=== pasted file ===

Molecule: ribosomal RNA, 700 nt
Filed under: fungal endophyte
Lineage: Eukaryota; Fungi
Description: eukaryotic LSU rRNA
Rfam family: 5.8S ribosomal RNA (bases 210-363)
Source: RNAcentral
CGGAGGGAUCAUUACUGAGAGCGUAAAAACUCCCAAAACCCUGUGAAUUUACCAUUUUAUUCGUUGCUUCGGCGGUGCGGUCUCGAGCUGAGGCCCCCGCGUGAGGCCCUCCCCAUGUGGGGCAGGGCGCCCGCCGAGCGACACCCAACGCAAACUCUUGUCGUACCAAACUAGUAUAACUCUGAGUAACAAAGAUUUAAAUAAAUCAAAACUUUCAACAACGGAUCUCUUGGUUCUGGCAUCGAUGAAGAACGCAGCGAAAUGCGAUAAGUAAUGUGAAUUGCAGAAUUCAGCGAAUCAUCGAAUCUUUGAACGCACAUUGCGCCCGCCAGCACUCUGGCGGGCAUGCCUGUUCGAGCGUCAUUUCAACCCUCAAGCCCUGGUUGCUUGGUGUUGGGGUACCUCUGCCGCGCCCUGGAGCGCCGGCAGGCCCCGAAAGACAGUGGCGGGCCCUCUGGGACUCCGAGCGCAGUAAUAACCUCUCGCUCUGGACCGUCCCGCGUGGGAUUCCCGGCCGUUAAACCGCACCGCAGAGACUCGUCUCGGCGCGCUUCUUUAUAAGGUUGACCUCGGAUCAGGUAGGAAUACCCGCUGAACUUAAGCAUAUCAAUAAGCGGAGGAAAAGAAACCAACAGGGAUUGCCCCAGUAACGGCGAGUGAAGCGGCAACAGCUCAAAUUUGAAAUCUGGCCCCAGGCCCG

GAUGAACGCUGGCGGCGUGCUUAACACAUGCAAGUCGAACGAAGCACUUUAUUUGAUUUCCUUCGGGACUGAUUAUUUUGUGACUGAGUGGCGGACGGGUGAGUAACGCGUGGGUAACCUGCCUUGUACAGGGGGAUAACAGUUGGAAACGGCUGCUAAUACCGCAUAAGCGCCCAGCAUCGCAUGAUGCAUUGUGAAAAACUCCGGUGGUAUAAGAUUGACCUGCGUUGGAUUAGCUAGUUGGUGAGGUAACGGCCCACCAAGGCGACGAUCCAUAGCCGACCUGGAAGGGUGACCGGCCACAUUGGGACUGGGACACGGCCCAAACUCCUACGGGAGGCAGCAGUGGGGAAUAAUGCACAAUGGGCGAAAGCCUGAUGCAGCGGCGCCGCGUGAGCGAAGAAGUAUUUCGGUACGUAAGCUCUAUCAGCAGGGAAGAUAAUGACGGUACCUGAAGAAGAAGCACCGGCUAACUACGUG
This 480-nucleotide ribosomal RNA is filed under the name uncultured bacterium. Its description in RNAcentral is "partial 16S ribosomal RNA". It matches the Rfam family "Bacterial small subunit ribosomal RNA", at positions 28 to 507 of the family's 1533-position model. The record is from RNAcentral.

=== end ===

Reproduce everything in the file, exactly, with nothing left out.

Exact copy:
Molecule: ribosomal RNA, 700 nt
Filed under: fungal endophyte
Lineage: Eukaryota; Fungi
Description: eukaryotic LSU rRNA
Rfam family: 5.8S ribosomal RNA (bases 210-363)
Source: RNAcentral
CGGAGGGAUCAUUACUGAGAGCGUAAAAACUCCCAAAACCCUGUGAAUUUACCAUUUUAUUCGUUGCUUCGGCGGUGCGGUCUCGAGCUGAGGCCCCCGCGUGAGGCCCUCCCCAUGUGGGGCAGGGCGCCCGCCGAGCGACACCCAACGCAAACUCUUGUCGUACCAAACUAGUAUAACUCUGAGUAACAAAGAUUUAAAUAAAUCAAAACUUUCAACAACGGAUCUCUUGGUUCUGGCAUCGAUGAAGAACGCAGCGAAAUGCGAUAAGUAAUGUGAAUUGCAGAAUUCAGCGAAUCAUCGAAUCUUUGAACGCACAUUGCGCCCGCCAGCACUCUGGCGGGCAUGCCUGUUCGAGCGUCAUUUCAACCCUCAAGCCCUGGUUGCUUGGUGUUGGGGUACCUCUGCCGCGCCCUGGAGCGCCGGCAGGCCCCGAAAGACAGUGGCGGGCCCUCUGGGACUCCGAGCGCAGUAAUAACCUCUCGCUCUGGACCGUCCCGCGUGGGAUUCCCGGCCGUUAAACCGCACCGCAGAGACUCGUCUCGGCGCGCUUCUUUAUAAGGUUGACCUCGGAUCAGGUAGGAAUACCCGCUGAACUUAAGCAUAUCAAUAAGCGGAGGAAAAGAAACCAACAGGGAUUGCCCCAGUAACGGCGAGUGAAGCGGCAACAGCUCAAAUUUGAAAUCUGGCCCCAGGCCCG

GAUGAACGCUGGCGGCGUGCUUAACACAUGCAAGUCGAACGAAGCACUUUAUUUGAUUUCCUUCGGGACUGAUUAUUUUGUGACUGAGUGGCGGACGGGUGAGUAACGCGUGGGUAACCUGCCUUGUACAGGGGGAUAACAGUUGGAAACGGCUGCUAAUACCGCAUAAGCGCCCAGCAUCGCAUGAUGCAUUGUGAAAAACUCCGGUGGUAUAAGAUUGACCUGCGUUGGAUUAGCUAGUUGGUGAGGUAACGGCCCACCAAGGCGACGAUCCAUAGCCGACCUGGAAGGGUGACCGGCCACAUUGGGACUGGGACACGGCCCAAACUCCUACGGGAGGCAGCAGUGGGGAAUAAUGCACAAUGGGCGAAAGCCUGAUGCAGCGGCGCCGCGUGAGCGAAGAAGUAUUUCGGUACGUAAGCUCUAUCAGCAGGGAAGAUAAUGACGGUACCUGAAGAAGAAGCACCGGCUAACUACGUG
This 480-nucleotide ribosomal RNA is filed under the name uncultured bacterium. Its description in RNAcentral is "partial 16S ribosomal RNA". It matches the Rfam family "Bacterial small subunit ribosomal RNA", at positions 28 to 507 of the family's 1533-position model. The record is from RNAcentral.